- Top-quality space availability to approach recession-era peak
- New construction putting competitive pressure on landlords
Midtown Manhattan, once the pinnacle of U.S. office markets, is facing a jump in large, empty work spaces as new towers open and tenants spread out across the city, including outer boroughs that businesses once shunned.
By 2017, about 21 million square feet (2 million square meters) of Midtown’s Class A offices, or about 14 percent of the market, will probably be available, Keith DeCoster, director of U.S. real estate analytics for brokerage Savills Studley Inc., estimated. That’s just shy of the 22.6 million square feet of top-quality space that was available at the height of the last recession in early 2009, he said.
The projection, which assumes a continuing economic recovery, “is a very conservative estimate,” DeCoster said in an interview. “It could certainly push higher” if there’s a decline in job growth or wealth creation.
Midtown, home to such pricey office meccas as Park Avenue, the Plaza District and Avenue of the Americas, has been hit with a succession of departures by major companies lured to new or renovated buildings downtown and the Hudson Yards-area developments on the far west side. The looming question is whether Midtown’s core, where rents are still below the record levels set before the financial crisis, can stay competitive, especially if the economy slips.
In the fourth quarter, financial companies KKR & Co., Wells Fargo & Co. and Boston Consulting Group agreed to leave Midtown offices to go to Hudson Yards -- victories for Related Cos., which is developing what it calls the largest-ever private U.S. real estate project atop the train depot west of Pennsylvania Station.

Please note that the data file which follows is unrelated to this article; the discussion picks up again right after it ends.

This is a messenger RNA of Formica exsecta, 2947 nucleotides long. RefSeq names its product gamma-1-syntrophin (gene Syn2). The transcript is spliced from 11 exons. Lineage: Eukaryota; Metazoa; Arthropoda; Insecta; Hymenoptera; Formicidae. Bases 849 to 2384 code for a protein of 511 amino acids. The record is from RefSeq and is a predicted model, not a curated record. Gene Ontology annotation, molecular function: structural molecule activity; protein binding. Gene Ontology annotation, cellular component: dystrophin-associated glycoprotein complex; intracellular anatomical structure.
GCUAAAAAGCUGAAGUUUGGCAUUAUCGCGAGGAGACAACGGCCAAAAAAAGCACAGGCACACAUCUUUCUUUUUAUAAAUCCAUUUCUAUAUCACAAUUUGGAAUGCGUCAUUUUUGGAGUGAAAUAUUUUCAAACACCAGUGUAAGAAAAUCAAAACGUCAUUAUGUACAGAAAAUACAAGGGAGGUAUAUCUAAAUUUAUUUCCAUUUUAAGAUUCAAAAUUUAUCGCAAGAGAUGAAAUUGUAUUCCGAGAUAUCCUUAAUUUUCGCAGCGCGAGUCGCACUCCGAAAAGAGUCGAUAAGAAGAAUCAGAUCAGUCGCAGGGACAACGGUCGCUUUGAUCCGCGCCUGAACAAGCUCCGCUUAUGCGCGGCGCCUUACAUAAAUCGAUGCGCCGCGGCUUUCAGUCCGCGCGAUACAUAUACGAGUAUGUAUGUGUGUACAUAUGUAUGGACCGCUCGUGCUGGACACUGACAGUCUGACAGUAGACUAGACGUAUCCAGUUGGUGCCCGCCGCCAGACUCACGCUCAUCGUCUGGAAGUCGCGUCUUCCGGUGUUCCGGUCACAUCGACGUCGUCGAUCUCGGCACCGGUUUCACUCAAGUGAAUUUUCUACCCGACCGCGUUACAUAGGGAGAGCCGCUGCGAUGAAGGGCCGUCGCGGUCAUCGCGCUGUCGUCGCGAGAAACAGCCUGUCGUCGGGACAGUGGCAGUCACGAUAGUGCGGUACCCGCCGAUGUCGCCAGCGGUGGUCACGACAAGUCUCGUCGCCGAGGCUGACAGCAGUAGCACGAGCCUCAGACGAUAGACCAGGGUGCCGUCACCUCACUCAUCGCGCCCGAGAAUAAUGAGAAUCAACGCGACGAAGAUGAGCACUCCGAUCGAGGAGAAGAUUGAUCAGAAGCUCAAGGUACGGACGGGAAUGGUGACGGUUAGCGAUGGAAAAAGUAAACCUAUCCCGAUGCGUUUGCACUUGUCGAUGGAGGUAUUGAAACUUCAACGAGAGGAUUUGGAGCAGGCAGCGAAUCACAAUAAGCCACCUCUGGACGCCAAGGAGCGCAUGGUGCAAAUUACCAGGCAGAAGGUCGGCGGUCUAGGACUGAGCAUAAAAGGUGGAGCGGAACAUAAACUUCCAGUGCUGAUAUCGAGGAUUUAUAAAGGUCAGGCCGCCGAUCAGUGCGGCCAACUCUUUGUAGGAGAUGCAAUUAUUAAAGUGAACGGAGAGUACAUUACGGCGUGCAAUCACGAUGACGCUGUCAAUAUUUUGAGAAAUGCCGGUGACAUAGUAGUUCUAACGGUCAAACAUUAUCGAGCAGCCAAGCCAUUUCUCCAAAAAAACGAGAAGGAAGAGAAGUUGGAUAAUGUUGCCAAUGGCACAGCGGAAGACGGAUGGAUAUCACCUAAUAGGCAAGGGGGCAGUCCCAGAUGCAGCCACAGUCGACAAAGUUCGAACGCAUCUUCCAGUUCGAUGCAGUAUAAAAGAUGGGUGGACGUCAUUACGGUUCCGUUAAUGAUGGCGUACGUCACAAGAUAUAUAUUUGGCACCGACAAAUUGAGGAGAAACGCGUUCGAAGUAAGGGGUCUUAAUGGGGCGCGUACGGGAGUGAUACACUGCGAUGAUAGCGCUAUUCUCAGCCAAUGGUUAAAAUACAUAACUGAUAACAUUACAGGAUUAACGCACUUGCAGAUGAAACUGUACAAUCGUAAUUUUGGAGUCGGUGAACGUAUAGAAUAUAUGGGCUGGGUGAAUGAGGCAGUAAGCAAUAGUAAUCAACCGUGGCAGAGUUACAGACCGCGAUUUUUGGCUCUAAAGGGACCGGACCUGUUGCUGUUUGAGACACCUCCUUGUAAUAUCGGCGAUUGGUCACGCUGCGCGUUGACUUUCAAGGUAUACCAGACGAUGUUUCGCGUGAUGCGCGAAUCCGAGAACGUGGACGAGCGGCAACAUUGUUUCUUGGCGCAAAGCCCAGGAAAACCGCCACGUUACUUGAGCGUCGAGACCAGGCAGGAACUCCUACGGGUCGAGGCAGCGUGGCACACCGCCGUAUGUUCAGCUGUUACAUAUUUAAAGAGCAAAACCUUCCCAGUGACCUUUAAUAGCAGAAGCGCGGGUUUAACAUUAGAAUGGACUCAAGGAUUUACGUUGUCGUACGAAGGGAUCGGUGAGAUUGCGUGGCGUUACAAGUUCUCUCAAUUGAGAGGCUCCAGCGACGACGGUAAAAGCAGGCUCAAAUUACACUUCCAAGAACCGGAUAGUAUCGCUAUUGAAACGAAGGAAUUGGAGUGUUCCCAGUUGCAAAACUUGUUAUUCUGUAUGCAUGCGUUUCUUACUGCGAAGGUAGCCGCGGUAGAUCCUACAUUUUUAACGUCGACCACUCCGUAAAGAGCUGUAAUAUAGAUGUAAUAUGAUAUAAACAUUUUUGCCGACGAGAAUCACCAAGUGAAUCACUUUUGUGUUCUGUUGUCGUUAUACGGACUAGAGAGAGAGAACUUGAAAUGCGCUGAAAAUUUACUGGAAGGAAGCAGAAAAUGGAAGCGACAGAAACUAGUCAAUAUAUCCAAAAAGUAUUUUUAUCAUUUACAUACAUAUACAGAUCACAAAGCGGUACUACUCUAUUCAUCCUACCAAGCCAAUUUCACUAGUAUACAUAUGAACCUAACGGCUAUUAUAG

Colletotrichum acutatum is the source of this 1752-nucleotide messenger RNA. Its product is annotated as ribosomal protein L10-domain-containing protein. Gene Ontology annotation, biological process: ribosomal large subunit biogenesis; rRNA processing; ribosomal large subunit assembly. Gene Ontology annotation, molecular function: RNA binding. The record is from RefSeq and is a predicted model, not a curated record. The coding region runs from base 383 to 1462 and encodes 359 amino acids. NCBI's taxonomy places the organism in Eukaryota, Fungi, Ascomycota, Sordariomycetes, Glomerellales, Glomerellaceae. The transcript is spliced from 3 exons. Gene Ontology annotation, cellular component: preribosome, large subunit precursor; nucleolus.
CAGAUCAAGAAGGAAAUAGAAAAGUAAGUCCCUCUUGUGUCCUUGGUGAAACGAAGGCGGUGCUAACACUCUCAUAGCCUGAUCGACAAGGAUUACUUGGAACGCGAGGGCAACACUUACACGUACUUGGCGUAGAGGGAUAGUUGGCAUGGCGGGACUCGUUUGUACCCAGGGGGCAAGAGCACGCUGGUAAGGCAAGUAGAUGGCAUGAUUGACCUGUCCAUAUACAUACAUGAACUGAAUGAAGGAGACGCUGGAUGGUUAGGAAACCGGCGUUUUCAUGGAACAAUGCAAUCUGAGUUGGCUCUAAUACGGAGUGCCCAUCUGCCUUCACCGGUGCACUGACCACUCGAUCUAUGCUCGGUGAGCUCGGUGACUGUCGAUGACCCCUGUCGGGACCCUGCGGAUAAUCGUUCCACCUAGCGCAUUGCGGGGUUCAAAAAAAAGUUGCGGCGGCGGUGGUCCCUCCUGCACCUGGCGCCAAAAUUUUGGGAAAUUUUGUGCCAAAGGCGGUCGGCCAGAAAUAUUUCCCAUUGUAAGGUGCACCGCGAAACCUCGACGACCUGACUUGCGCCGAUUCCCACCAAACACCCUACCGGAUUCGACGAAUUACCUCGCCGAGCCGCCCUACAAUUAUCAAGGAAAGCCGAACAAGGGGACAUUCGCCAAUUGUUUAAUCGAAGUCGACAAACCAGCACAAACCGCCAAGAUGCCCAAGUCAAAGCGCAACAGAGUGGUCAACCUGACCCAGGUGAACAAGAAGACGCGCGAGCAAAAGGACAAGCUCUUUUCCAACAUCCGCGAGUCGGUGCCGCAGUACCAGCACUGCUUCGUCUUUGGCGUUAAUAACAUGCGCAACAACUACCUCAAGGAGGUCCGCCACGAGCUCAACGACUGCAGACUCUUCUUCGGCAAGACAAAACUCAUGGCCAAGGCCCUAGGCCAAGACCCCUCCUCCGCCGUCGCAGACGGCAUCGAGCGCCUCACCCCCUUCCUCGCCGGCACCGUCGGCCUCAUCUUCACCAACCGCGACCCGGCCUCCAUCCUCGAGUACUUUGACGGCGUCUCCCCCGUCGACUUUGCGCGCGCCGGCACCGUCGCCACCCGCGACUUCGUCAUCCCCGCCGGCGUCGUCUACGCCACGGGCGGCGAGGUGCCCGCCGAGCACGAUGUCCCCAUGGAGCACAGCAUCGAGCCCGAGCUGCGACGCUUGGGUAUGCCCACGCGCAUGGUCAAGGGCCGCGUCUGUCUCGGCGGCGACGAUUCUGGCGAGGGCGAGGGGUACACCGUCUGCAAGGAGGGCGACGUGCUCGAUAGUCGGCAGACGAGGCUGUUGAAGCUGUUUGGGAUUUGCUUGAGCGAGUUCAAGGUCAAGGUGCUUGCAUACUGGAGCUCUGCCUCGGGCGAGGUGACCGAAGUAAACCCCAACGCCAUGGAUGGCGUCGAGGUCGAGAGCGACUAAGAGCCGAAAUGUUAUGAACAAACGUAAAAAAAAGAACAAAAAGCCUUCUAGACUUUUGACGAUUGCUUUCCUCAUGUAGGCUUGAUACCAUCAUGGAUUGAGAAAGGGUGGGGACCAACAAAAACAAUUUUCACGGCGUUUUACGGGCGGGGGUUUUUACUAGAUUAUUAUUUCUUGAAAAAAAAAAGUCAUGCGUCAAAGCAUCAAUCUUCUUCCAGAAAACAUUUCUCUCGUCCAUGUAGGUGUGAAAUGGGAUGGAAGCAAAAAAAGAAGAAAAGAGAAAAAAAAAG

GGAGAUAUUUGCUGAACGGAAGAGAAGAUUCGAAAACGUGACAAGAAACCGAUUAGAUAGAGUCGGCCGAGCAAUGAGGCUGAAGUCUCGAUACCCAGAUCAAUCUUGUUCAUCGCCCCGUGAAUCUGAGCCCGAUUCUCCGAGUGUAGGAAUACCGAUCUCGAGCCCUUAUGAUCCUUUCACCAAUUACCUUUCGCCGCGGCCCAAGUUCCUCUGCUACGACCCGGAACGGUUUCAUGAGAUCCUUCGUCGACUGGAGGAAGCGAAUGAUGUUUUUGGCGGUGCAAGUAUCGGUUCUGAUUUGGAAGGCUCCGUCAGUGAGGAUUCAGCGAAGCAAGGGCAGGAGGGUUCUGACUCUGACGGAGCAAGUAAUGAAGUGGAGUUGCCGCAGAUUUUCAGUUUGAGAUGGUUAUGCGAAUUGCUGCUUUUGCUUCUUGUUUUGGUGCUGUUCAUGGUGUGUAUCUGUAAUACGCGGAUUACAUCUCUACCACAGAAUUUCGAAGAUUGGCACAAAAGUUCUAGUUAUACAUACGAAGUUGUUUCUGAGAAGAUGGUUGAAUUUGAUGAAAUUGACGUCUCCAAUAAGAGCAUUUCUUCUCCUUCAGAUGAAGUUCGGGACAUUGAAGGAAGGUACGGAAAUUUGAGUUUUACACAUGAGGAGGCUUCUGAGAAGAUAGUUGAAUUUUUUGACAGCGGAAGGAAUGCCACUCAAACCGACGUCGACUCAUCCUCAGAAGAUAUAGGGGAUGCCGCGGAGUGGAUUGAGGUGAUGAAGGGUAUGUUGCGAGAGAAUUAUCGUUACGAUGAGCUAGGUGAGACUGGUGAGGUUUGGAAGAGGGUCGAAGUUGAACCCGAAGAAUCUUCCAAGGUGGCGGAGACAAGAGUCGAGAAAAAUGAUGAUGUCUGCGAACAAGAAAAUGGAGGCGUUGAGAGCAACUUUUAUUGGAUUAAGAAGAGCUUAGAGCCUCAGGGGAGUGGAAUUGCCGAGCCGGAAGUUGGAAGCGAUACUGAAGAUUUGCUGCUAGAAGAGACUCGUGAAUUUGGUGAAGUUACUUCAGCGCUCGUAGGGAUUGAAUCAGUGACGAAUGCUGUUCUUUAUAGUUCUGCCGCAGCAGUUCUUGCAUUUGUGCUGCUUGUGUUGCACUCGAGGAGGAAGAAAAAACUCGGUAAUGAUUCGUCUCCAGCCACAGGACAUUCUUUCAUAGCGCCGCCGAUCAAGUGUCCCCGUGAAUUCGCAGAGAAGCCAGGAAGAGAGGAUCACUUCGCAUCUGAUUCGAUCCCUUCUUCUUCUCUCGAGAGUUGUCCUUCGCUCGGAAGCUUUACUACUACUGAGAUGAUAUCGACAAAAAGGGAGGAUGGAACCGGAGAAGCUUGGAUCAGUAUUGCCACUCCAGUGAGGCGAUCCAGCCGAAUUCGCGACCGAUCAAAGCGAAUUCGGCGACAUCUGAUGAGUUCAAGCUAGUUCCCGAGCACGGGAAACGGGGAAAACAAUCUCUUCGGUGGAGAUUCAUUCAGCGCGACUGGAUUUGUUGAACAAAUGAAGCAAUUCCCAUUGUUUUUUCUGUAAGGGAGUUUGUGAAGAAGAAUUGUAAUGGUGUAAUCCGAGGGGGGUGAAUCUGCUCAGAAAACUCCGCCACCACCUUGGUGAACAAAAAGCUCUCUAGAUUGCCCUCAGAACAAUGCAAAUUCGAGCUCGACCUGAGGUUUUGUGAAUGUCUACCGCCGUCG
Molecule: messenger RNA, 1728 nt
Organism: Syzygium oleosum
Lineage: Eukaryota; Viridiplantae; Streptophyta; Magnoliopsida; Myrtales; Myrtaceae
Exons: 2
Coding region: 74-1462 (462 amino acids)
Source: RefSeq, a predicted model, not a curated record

MetLife Inc. put about 420,000 square feet up for sublease at 1095 Avenue of the Americas, and the law firm Paul Hastings LLP made plans to leave about 410,000 square feet at the Park Avenue Tower near East 55th Street, bought last year by Blackstone Group LP, according to brokerage Newmark Grubb Knight Frank. Both tenants are relocating to the MetLife Building, at 200 Park Ave., Midtown’s biggest office tower.
Among other landlords facing vacancies are Ivanhoe Cambridge Inc., a buyer last year of 1095 Avenue of the Americas; Sheldon Solow, who controls 9 West 57th St., KKR’s current home; and Durst Organization, owner of 4 Times Square, which has no committed tenants beyond 2020, when law firm Skadden, Arps, Slate, Meagher & Flom LLP will depart.
Time Inc.’s move to lower Manhattan from its namesake Midtown building leaves Rockefeller Group with an entire tower to lease up. The landlord is spending $300 million to modernize the former Time & Life Building, now known by its 1271 Avenue of the Americas address, said Dwayne Doherty, a spokesman for the firm.
“Midtown’s core, there’s no doubt, has probably peaked for this cycle,” DeCoster said. “It could be several more years until availability really starts to go back down again, when you consider all the opportunities that are going to come up in the next couple of years.”
Class A office availability in Midtown rose to 11.8 percent in the fourth quarter from 10.6 percent in the previous three months, according to a draft report by Savills Studley. Rents for the best-quality space averaged $87.44 a square foot, down 3.5 percent from the third quarter. The average peaked in the first quarter of 2008 at $102.52.